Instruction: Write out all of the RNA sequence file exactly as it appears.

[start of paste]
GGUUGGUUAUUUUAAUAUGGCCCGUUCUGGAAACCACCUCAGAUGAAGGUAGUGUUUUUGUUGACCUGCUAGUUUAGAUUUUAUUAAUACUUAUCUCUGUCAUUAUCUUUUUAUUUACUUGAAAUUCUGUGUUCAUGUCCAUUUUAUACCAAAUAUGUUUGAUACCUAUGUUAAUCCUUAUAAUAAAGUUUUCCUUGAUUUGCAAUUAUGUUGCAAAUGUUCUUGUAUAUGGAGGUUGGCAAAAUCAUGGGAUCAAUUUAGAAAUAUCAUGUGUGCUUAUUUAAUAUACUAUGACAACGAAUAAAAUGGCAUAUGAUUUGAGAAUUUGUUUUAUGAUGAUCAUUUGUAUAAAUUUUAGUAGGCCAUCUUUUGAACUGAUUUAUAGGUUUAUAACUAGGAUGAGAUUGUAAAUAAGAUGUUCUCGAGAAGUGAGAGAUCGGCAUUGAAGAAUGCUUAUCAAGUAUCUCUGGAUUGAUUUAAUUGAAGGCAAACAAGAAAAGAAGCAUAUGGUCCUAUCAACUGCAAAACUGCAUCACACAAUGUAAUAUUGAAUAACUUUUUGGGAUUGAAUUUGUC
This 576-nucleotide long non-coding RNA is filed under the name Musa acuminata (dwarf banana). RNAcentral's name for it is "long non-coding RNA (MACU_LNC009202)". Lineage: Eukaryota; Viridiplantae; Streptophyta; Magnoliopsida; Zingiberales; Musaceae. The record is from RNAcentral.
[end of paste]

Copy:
GGUUGGUUAUUUUAAUAUGGCCCGUUCUGGAAACCACCUCAGAUGAAGGUAGUGUUUUUGUUGACCUGCUAGUUUAGAUUUUAUUAAUACUUAUCUCUGUCAUUAUCUUUUUAUUUACUUGAAAUUCUGUGUUCAUGUCCAUUUUAUACCAAAUAUGUUUGAUACCUAUGUUAAUCCUUAUAAUAAAGUUUUCCUUGAUUUGCAAUUAUGUUGCAAAUGUUCUUGUAUAUGGAGGUUGGCAAAAUCAUGGGAUCAAUUUAGAAAUAUCAUGUGUGCUUAUUUAAUAUACUAUGACAACGAAUAAAAUGGCAUAUGAUUUGAGAAUUUGUUUUAUGAUGAUCAUUUGUAUAAAUUUUAGUAGGCCAUCUUUUGAACUGAUUUAUAGGUUUAUAACUAGGAUGAGAUUGUAAAUAAGAUGUUCUCGAGAAGUGAGAGAUCGGCAUUGAAGAAUGCUUAUCAAGUAUCUCUGGAUUGAUUUAAUUGAAGGCAAACAAGAAAAGAAGCAUAUGGUCCUAUCAACUGCAAAACUGCAUCACACAAUGUAAUAUUGAAUAACUUUUUGGGAUUGAAUUUGUC
This 576-nucleotide long non-coding RNA is filed under the name Musa acuminata (dwarf banana). RNAcentral's name for it is "long non-coding RNA (MACU_LNC009202)". Lineage: Eukaryota; Viridiplantae; Streptophyta; Magnoliopsida; Zingiberales; Musaceae. The record is from RNAcentral.